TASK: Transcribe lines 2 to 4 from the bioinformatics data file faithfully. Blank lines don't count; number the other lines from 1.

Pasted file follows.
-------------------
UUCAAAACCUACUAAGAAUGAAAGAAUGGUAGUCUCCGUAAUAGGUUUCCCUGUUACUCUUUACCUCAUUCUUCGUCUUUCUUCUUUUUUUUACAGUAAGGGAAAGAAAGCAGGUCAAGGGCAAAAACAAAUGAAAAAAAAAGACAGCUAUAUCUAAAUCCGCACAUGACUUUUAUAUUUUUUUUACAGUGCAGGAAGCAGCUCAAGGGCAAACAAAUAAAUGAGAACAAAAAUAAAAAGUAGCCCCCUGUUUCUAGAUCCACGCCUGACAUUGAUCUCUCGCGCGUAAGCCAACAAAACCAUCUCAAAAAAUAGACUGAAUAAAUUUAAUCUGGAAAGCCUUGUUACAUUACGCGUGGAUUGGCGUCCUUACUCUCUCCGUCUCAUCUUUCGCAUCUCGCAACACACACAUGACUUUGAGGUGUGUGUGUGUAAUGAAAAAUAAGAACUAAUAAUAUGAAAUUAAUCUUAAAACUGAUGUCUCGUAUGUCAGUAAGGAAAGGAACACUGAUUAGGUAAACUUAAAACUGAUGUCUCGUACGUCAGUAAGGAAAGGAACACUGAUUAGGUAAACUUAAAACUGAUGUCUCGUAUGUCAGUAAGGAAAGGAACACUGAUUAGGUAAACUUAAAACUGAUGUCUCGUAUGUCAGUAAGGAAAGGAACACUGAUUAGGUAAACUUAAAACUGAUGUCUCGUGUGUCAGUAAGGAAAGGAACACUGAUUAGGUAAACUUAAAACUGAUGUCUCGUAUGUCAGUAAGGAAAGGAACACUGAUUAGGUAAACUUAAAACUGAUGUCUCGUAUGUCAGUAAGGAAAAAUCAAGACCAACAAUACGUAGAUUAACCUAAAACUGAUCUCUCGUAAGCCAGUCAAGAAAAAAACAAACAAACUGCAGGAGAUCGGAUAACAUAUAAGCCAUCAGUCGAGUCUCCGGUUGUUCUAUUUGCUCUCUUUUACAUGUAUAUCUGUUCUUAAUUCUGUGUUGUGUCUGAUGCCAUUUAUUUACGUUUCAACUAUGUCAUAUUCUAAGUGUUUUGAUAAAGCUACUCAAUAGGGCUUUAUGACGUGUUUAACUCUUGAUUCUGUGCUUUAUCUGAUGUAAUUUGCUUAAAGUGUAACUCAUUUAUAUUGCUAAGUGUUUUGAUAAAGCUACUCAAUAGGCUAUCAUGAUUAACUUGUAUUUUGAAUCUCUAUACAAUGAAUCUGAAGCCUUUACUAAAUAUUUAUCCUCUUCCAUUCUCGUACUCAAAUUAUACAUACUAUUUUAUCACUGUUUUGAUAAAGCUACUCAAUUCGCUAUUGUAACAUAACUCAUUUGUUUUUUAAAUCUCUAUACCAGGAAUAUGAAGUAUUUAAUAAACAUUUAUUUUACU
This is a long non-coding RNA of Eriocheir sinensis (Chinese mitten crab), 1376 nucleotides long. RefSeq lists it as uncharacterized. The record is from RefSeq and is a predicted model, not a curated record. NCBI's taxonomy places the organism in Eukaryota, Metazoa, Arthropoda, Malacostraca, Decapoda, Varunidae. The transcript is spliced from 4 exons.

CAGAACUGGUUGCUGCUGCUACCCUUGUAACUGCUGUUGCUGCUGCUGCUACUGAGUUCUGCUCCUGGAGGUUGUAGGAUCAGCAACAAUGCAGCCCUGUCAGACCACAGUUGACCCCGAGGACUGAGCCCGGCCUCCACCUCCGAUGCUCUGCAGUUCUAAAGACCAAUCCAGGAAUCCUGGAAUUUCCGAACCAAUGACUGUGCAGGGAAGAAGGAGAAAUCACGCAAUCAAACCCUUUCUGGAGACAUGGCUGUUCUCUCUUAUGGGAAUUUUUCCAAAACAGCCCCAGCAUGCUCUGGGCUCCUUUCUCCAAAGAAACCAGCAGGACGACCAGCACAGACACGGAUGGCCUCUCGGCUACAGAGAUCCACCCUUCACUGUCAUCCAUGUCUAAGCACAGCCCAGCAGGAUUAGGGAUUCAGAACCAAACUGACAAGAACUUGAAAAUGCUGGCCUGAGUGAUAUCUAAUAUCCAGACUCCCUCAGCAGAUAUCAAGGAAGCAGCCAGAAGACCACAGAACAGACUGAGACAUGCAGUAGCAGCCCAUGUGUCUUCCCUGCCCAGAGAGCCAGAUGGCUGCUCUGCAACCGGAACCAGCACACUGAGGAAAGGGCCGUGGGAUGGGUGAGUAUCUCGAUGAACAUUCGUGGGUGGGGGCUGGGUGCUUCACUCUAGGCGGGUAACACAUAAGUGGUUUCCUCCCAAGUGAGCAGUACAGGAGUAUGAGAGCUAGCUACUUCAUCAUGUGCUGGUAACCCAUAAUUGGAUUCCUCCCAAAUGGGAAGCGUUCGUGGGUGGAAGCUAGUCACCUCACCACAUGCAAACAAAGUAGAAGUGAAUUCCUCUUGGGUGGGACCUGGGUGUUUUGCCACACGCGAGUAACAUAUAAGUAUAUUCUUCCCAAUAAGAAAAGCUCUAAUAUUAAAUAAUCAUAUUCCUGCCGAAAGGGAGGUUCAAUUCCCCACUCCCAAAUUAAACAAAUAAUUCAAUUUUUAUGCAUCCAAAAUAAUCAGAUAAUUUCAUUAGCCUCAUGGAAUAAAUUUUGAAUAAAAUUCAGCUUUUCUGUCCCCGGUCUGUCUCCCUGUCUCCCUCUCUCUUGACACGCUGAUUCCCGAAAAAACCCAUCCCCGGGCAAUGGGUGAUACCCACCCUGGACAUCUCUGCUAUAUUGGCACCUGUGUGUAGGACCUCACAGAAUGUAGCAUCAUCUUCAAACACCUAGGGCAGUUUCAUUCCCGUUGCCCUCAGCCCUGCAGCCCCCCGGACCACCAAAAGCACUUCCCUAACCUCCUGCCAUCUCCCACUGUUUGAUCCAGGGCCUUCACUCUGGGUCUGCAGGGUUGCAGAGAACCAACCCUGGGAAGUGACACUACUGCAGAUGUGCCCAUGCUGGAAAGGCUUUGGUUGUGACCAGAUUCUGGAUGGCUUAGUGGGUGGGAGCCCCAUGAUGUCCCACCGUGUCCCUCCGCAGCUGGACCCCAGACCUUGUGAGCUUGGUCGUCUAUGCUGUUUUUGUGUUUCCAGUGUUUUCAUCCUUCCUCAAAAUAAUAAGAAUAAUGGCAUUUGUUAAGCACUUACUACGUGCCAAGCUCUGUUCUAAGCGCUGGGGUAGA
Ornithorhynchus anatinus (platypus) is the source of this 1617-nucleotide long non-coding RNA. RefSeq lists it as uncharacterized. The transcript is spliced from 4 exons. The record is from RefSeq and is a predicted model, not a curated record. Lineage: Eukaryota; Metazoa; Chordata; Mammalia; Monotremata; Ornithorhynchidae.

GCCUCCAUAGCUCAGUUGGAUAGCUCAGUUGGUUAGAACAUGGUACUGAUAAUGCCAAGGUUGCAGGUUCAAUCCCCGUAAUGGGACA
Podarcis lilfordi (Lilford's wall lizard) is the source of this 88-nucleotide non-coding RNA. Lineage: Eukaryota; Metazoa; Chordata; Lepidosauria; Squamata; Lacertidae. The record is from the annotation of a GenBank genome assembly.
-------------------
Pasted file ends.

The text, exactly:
This is a long non-coding RNA of Eriocheir sinensis (Chinese mitten crab), 1376 nucleotides long. RefSeq lists it as uncharacterized. The record is from RefSeq and is a predicted model, not a curated record. NCBI's taxonomy places the organism in Eukaryota, Metazoa, Arthropoda, Malacostraca, Decapoda, Varunidae. The transcript is spliced from 4 exons.

CAGAACUGGUUGCUGCUGCUACCCUUGUAACUGCUGUUGCUGCUGCUGCUACUGAGUUCUGCUCCUGGAGGUUGUAGGAUCAGCAACAAUGCAGCCCUGUCAGACCACAGUUGACCCCGAGGACUGAGCCCGGCCUCCACCUCCGAUGCUCUGCAGUUCUAAAGACCAAUCCAGGAAUCCUGGAAUUUCCGAACCAAUGACUGUGCAGGGAAGAAGGAGAAAUCACGCAAUCAAACCCUUUCUGGAGACAUGGCUGUUCUCUCUUAUGGGAAUUUUUCCAAAACAGCCCCAGCAUGCUCUGGGCUCCUUUCUCCAAAGAAACCAGCAGGACGACCAGCACAGACACGGAUGGCCUCUCGGCUACAGAGAUCCACCCUUCACUGUCAUCCAUGUCUAAGCACAGCCCAGCAGGAUUAGGGAUUCAGAACCAAACUGACAAGAACUUGAAAAUGCUGGCCUGAGUGAUAUCUAAUAUCCAGACUCCCUCAGCAGAUAUCAAGGAAGCAGCCAGAAGACCACAGAACAGACUGAGACAUGCAGUAGCAGCCCAUGUGUCUUCCCUGCCCAGAGAGCCAGAUGGCUGCUCUGCAACCGGAACCAGCACACUGAGGAAAGGGCCGUGGGAUGGGUGAGUAUCUCGAUGAACAUUCGUGGGUGGGGGCUGGGUGCUUCACUCUAGGCGGGUAACACAUAAGUGGUUUCCUCCCAAGUGAGCAGUACAGGAGUAUGAGAGCUAGCUACUUCAUCAUGUGCUGGUAACCCAUAAUUGGAUUCCUCCCAAAUGGGAAGCGUUCGUGGGUGGAAGCUAGUCACCUCACCACAUGCAAACAAAGUAGAAGUGAAUUCCUCUUGGGUGGGACCUGGGUGUUUUGCCACACGCGAGUAACAUAUAAGUAUAUUCUUCCCAAUAAGAAAAGCUCUAAUAUUAAAUAAUCAUAUUCCUGCCGAAAGGGAGGUUCAAUUCCCCACUCCCAAAUUAAACAAAUAAUUCAAUUUUUAUGCAUCCAAAAUAAUCAGAUAAUUUCAUUAGCCUCAUGGAAUAAAUUUUGAAUAAAAUUCAGCUUUUCUGUCCCCGGUCUGUCUCCCUGUCUCCCUCUCUCUUGACACGCUGAUUCCCGAAAAAACCCAUCCCCGGGCAAUGGGUGAUACCCACCCUGGACAUCUCUGCUAUAUUGGCACCUGUGUGUAGGACCUCACAGAAUGUAGCAUCAUCUUCAAACACCUAGGGCAGUUUCAUUCCCGUUGCCCUCAGCCCUGCAGCCCCCCGGACCACCAAAAGCACUUCCCUAACCUCCUGCCAUCUCCCACUGUUUGAUCCAGGGCCUUCACUCUGGGUCUGCAGGGUUGCAGAGAACCAACCCUGGGAAGUGACACUACUGCAGAUGUGCCCAUGCUGGAAAGGCUUUGGUUGUGACCAGAUUCUGGAUGGCUUAGUGGGUGGGAGCCCCAUGAUGUCCCACCGUGUCCCUCCGCAGCUGGACCCCAGACCUUGUGAGCUUGGUCGUCUAUGCUGUUUUUGUGUUUCCAGUGUUUUCAUCCUUCCUCAAAAUAAUAAGAAUAAUGGCAUUUGUUAAGCACUUACUACGUGCCAAGCUCUGUUCUAAGCGCUGGGGUAGA
Ornithorhynchus anatinus (platypus) is the source of this 1617-nucleotide long non-coding RNA. RefSeq lists it as uncharacterized. The transcript is spliced from 4 exons. The record is from RefSeq and is a predicted model, not a curated record. Lineage: Eukaryota; Metazoa; Chordata; Mammalia; Monotremata; Ornithorhynchidae.